CLEVELAND (AP) — The failure of an Ohio-based electric truck startup to pay $570,000 in real estate taxes due in early March is yet another troubling sign for a company that has been barraged by bad news this year.
Lordstown Motors Corp. stock has plummeted from nearly $31 a share on Feb. 11 to just over $10 on Tuesday in the wake of a U.S. Securities and Exchange Commission inquiry and the filing of four potential class-action lawsuits by investors who claim they have been defrauded.
The company appeared to be primed for success last June during a showcase event at the massive former GM plant outside Youngstown, Ohio. Then-Vice President Mike Pence sat in the passenger seat of an Endurance prototype as it rolled onto a stage to hearty applause. Noisy, colorfully lit robots building nothing gyrated nearby.
The first drip of bad news came in January when an Endurance pickup truck prototype caught fire 10 minutes into its initial test drive in Michigan. A company spokesperson issued a statement afterward saying, “No one was hurt, and like all of our test findings, we do it to create a great product.”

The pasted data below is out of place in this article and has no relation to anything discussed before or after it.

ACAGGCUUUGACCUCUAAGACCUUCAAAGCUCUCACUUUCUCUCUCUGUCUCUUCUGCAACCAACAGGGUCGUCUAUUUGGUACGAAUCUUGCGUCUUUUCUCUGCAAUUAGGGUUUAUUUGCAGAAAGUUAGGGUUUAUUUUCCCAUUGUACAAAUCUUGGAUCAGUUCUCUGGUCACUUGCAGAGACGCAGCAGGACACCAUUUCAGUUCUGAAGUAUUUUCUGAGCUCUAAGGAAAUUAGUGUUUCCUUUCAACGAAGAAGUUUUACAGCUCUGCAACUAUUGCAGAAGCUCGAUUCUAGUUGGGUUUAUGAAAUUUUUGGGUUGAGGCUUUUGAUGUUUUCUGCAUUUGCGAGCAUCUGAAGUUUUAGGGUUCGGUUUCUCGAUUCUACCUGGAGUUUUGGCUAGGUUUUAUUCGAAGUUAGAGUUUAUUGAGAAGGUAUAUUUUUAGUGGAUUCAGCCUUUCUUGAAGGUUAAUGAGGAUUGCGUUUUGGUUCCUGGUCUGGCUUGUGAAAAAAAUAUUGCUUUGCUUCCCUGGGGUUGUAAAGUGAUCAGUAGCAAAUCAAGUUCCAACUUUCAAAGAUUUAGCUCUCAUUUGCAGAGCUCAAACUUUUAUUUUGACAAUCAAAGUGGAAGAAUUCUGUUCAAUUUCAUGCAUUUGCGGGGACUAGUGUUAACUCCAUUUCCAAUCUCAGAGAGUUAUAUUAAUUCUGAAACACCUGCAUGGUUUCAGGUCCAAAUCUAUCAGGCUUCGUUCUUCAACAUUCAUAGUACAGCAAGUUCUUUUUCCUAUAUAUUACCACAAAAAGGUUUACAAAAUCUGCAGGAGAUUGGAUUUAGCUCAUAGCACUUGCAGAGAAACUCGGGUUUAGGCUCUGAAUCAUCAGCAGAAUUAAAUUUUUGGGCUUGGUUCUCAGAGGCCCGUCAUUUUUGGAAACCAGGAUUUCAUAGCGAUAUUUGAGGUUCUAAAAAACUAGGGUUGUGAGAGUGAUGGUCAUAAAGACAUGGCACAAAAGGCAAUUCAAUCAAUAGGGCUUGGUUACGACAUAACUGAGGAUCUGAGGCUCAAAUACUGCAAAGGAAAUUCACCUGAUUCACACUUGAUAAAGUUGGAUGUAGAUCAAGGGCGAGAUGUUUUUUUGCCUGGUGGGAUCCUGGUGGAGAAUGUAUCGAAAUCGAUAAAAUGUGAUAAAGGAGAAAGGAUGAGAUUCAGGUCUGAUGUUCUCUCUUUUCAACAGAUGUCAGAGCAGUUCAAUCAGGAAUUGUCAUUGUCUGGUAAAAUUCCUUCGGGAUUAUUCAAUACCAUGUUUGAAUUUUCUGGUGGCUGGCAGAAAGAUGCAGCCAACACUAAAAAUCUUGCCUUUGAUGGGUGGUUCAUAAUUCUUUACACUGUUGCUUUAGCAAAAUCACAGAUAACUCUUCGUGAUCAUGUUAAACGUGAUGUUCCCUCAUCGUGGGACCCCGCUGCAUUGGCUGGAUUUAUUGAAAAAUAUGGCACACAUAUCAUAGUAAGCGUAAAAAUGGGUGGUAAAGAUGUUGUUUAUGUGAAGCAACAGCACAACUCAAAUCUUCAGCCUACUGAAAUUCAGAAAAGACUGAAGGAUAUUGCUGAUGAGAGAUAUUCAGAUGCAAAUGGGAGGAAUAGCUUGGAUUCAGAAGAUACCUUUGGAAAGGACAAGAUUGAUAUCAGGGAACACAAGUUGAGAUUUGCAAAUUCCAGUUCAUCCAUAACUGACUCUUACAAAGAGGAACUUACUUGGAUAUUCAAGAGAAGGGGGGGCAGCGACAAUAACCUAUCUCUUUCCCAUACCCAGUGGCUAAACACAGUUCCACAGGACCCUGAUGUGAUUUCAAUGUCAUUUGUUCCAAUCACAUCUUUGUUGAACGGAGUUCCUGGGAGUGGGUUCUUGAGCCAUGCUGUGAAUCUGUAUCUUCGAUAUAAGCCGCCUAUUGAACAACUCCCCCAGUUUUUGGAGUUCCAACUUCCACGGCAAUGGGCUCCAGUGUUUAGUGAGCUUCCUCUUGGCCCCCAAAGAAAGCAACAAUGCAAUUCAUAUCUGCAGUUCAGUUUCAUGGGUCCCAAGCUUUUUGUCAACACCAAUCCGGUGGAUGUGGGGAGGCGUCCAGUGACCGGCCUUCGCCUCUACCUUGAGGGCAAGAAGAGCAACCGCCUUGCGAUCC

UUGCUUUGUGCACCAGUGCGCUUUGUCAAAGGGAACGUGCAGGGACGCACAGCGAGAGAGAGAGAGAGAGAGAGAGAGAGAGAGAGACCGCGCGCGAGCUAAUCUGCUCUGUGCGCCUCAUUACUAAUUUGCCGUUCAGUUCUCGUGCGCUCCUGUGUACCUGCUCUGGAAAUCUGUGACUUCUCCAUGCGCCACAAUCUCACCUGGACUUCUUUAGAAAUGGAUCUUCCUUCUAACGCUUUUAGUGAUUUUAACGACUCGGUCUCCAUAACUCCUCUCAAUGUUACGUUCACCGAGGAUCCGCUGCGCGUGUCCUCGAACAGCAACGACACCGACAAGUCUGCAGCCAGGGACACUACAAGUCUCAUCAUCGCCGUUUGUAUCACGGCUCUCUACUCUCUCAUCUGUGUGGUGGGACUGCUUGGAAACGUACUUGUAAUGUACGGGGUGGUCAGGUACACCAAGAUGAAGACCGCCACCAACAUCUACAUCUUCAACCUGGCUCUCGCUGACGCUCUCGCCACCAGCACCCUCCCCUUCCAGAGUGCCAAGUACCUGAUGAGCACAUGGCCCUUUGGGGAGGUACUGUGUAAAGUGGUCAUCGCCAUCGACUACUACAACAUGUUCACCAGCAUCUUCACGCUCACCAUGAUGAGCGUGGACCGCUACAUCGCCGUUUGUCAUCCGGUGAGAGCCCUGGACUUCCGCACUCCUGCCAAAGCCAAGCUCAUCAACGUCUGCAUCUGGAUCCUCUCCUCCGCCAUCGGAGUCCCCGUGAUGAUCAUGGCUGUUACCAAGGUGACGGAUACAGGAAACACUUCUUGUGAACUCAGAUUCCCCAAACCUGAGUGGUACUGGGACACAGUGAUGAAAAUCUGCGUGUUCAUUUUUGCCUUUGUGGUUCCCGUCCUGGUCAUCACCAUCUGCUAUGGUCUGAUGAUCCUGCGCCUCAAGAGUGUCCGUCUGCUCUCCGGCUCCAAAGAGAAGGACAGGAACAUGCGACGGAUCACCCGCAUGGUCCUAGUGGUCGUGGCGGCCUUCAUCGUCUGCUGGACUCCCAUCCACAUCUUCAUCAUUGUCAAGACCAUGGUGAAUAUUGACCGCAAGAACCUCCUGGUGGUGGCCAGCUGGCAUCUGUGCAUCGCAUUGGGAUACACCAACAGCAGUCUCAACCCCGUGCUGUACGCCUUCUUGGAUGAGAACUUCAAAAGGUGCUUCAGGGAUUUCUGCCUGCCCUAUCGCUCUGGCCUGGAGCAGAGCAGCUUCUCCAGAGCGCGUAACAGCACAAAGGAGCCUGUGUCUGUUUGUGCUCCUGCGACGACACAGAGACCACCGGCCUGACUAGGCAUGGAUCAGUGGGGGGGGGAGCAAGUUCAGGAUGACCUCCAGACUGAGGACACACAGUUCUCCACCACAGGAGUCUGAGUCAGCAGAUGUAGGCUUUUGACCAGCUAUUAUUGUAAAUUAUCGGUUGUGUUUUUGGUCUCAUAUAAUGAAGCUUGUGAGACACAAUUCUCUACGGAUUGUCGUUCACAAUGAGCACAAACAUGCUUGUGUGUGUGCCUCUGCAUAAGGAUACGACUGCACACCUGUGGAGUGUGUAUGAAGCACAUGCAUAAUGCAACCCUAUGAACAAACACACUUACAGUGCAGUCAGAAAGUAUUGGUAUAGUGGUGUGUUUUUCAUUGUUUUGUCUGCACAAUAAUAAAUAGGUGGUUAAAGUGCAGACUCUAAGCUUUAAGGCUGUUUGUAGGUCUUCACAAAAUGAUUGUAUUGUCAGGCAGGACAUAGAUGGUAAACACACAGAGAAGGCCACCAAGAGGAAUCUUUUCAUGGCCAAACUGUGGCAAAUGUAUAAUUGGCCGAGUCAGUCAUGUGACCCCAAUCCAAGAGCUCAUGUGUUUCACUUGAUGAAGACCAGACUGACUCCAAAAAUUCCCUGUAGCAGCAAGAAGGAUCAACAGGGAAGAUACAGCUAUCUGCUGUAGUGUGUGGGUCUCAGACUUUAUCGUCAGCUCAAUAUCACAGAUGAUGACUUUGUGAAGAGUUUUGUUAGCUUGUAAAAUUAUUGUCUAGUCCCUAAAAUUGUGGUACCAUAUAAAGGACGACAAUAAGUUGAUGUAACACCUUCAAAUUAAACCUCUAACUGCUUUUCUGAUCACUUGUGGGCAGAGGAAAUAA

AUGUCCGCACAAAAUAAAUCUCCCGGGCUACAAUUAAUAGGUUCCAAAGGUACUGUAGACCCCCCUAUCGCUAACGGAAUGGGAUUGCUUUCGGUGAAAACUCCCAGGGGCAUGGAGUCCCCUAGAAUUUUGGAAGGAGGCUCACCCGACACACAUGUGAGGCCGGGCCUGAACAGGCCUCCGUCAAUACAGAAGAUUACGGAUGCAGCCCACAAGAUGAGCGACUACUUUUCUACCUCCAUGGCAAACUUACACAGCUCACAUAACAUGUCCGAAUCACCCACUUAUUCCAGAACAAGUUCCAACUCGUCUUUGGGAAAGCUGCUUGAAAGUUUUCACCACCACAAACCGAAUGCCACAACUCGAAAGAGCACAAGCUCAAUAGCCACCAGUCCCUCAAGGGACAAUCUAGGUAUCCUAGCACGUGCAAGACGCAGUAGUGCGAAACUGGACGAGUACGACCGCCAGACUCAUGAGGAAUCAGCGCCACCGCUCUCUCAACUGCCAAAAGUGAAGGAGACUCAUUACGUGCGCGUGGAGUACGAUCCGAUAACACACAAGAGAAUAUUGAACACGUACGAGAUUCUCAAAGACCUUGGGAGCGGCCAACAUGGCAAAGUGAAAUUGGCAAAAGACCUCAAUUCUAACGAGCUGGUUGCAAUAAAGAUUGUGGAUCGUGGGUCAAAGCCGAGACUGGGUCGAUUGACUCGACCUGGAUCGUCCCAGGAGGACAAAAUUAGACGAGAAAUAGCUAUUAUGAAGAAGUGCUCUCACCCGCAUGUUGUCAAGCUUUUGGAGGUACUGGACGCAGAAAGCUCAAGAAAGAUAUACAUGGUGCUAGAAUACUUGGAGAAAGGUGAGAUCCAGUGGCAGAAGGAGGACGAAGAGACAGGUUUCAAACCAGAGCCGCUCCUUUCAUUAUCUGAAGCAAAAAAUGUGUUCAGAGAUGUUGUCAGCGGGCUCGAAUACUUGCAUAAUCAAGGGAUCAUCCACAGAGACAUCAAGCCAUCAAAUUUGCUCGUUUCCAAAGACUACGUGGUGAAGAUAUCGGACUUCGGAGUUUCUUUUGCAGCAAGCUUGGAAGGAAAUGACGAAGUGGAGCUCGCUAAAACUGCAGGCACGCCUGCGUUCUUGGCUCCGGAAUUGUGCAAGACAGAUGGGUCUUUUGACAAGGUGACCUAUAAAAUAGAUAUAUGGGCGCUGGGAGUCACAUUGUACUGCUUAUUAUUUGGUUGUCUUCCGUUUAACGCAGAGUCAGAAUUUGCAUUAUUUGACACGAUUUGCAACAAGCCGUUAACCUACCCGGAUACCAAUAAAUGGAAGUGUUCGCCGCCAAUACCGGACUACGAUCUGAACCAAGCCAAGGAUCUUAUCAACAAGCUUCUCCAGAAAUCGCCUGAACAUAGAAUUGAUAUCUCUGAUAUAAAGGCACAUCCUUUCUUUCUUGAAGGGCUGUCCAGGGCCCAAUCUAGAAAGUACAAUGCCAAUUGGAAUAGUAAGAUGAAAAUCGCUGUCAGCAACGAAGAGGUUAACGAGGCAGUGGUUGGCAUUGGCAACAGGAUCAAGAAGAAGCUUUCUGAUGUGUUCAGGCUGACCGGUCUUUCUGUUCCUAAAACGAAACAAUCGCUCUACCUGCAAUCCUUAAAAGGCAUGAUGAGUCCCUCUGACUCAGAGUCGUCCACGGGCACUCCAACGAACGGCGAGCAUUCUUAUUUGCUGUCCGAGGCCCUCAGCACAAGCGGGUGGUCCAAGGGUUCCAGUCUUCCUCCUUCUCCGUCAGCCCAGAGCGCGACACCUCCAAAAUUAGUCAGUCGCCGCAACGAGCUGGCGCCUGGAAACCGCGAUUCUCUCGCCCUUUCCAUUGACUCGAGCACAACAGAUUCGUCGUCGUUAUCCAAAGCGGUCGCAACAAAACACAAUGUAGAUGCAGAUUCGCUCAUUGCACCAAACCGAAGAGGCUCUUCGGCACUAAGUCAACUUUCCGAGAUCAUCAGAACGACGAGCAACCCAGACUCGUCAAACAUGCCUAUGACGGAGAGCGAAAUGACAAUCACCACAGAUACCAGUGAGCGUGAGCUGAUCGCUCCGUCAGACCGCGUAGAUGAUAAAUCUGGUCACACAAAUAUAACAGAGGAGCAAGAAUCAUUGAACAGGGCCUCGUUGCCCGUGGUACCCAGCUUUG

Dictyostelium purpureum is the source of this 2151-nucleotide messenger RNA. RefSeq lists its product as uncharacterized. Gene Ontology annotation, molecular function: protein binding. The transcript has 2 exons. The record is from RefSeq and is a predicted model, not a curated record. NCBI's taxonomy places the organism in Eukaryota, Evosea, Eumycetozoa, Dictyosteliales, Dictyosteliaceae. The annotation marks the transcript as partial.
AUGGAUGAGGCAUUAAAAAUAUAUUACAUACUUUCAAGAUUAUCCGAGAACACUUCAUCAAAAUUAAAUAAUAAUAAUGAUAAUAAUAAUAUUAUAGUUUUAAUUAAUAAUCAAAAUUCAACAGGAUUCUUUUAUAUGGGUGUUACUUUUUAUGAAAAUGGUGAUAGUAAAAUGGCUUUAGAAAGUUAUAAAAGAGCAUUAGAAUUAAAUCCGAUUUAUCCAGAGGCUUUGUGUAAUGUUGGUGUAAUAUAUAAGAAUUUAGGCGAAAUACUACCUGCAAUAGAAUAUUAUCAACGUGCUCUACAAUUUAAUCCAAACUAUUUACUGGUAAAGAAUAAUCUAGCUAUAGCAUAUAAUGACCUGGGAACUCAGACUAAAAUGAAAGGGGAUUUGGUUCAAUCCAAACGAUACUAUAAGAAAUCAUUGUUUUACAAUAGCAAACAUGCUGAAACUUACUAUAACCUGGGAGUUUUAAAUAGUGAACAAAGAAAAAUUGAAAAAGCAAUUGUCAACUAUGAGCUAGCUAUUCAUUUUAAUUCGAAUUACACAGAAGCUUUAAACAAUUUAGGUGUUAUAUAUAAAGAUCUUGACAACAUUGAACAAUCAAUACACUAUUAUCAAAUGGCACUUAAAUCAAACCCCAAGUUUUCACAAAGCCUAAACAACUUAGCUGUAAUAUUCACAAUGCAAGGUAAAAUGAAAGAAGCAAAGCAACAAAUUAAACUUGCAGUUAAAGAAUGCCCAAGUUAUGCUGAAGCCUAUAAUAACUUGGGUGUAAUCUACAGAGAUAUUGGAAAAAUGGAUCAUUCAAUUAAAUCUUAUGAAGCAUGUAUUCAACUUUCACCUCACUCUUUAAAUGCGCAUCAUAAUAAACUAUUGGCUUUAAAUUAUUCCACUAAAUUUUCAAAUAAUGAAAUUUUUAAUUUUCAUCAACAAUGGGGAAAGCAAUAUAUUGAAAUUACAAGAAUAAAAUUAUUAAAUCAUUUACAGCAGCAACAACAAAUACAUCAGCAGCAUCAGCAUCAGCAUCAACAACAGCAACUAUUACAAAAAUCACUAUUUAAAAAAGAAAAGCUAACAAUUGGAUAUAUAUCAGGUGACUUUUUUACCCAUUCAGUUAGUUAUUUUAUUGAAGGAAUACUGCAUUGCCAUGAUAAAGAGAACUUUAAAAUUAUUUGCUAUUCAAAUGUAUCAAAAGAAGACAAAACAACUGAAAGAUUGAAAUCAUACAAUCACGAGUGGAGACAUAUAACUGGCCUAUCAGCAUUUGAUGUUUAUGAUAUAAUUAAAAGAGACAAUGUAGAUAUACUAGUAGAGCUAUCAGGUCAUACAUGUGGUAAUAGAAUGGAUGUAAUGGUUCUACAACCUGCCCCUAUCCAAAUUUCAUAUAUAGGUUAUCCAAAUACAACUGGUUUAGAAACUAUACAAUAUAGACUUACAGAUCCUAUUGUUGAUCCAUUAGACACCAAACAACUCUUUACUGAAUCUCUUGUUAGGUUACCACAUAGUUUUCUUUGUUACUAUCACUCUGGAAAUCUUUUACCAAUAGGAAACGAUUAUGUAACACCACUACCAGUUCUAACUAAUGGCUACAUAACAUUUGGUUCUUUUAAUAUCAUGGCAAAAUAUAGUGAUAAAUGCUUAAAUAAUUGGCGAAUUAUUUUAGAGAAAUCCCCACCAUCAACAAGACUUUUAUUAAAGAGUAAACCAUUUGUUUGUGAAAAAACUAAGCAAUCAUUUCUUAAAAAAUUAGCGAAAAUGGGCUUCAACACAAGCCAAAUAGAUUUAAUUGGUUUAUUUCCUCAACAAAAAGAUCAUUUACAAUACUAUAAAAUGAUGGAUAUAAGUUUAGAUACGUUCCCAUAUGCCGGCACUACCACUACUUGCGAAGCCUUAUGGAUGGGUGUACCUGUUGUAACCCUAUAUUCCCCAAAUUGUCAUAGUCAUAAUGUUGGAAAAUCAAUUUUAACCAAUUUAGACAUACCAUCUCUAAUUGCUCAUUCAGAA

Spokesperson Ryan Hallet said Tuesday the non-payment, initially reported by the Tribune Chronicle in Warren, was an “unfortunate administrative error” and that the company is in the process of paying the taxes and a 10% penalty of around $57,000.
Company officials announced in January it had received more than 100,000 pre-orders for the Endurance and production was scheduled to begin this September, which critics claim is untrue.
Lordstown Motors CEO Steve Burns acknowledged during an earnings call in March that the SEC was conducting an inquiry based on a lengthy and hyper-critical report by the investment firm Hindenburg Research, which holds a short position on Lordstown Motors stock.
The shareholder lawsuits filed in federal court in Youngstown are largely based on the Hindenburg Research report, which says Lordstown Motors has “no revenue and no sellable product” and has “misled investors on both its demand and production capabilities.”
The report and lawsuits say production of the Endurance is three to four years away based on information provided by a former employee.
Investors, business partners and former employees contend “the company’s orders are largely fictitious and used as a prop to raise capital and confer legitimacy,” one of the lawsuits claims.
A $735 million deal for 14,000 trucks the company announced earlier this year involved a purported buyer that doesn’t operate a vehicle fleet and is based out of a small apartment building in Texas, according to the Hindenburg report.
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